You could find the house first and do financing after, but you’re risking losing out to another buyer who was prepared with a home loan and was able to make an offer before you.

4. You need perfect credit to buy a house.

An impressive credit score may help you get a lower interest rate, but a spotless credit history isn't always necessary for qualification. Many lenders will require a credit score of at least 640 for a borrower to qualify for a conventional or USDA mortgage loan.  FHA loans can get approved with credit scores starting at 580.

Discover your maximum house-hunting budget with our free guide:
How Much House Can I Afford in Oregon?


5. You’ll get a big tax break when you buy a house.

People often think that if they take out a large mortgage, they’ll reap enough benefits from the tax deductions to make it worth it. However, there are limits to how much the IRS will allow you to deduct. These are based on whether you’re filing as an individual, a married couple filing jointly, or a head of household.

In 2019 (and today), this limit was set at interest on qualifying mortgages with a principal balance of up to $750,000. To benefit from tax deductions on mortgage interest, you’d have to pay more than the standard deduction annually. Be sure to speak with an experienced tax advisor to determine the amount you would be able to deduct, and whether it’s worth it to itemize your return for mortgage interest purposes.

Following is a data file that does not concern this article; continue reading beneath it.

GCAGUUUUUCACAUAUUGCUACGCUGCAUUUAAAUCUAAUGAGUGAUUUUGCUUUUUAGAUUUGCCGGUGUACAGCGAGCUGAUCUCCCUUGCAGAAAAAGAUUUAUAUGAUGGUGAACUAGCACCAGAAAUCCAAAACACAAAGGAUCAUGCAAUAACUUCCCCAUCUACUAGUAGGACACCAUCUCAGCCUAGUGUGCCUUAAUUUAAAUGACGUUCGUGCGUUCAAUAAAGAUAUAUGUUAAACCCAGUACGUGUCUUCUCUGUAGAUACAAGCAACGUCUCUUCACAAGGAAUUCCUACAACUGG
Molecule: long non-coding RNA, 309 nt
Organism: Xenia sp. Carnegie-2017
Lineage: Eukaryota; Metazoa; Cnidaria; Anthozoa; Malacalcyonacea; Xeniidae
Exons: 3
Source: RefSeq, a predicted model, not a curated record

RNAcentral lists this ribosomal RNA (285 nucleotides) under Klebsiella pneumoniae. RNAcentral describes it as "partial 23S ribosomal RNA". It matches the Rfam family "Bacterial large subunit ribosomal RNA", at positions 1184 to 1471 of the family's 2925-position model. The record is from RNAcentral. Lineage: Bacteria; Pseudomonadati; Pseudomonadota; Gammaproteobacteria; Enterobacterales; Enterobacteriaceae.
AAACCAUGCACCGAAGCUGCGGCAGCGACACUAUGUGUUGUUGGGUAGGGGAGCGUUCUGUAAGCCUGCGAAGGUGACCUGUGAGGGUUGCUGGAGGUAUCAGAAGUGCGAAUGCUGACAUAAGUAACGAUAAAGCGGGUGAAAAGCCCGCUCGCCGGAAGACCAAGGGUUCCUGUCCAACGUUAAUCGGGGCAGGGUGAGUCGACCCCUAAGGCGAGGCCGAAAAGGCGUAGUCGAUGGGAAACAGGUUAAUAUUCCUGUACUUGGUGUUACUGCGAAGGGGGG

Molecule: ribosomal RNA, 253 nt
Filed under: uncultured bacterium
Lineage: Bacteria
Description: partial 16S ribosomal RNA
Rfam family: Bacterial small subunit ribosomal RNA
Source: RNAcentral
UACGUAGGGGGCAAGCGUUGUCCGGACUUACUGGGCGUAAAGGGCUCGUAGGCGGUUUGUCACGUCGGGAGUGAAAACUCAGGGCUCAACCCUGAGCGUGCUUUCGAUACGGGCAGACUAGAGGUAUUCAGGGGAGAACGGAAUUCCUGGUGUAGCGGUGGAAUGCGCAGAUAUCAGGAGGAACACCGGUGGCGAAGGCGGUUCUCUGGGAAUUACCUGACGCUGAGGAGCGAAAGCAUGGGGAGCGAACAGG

6. Fixer-uppers cost less.

Even if you are experienced enough to handle most repairs yourself, fixer-uppers can cost much more than you anticipate. A low initial home cost may be tempting, but then to be safe, factor in a higher estimate on repairs and updates needed. Is the house livable before these repairs/updates are finished? How will you finance those expenses?

A house may cost you $85,000 to buy but could take over $100,000 to renovate before it’s livable.

7. Buying a house is always a good investment.

Yes, real estate values indeed tend to increase over time. It’s often a low-risk, low-cost investment option for many folks, but not everyone. For example, if you’re on a temporary job assignment for 18 months, buying a house is probably not a good investment for you! However, if that job assignment were to be extended another five years, it may now be a good investment for you to buy a home.

The local housing market also impacts whether buying a home at a specific time is a good investment. Speak with an experienced real estate agent where you plan to buy a house to get their perspective.

If you do decide to buy, do your research and make sure you’re getting a fair price for the house and the loan. Plan to remain in the home for a minimum of two to three years (although more conservative estimates say five years is a better minimum to stick to.)

Are you ready to start the home buying process? CCCU is ready to help you find the perfect mortgage to fit your needs. If you’re ready to start your pre-approval or would like to learn more about the home buying process, contact our team today!

If you are buying a house and would like more time and money-saving tips, download our "How Much House Can I Afford in Oregon?" guide.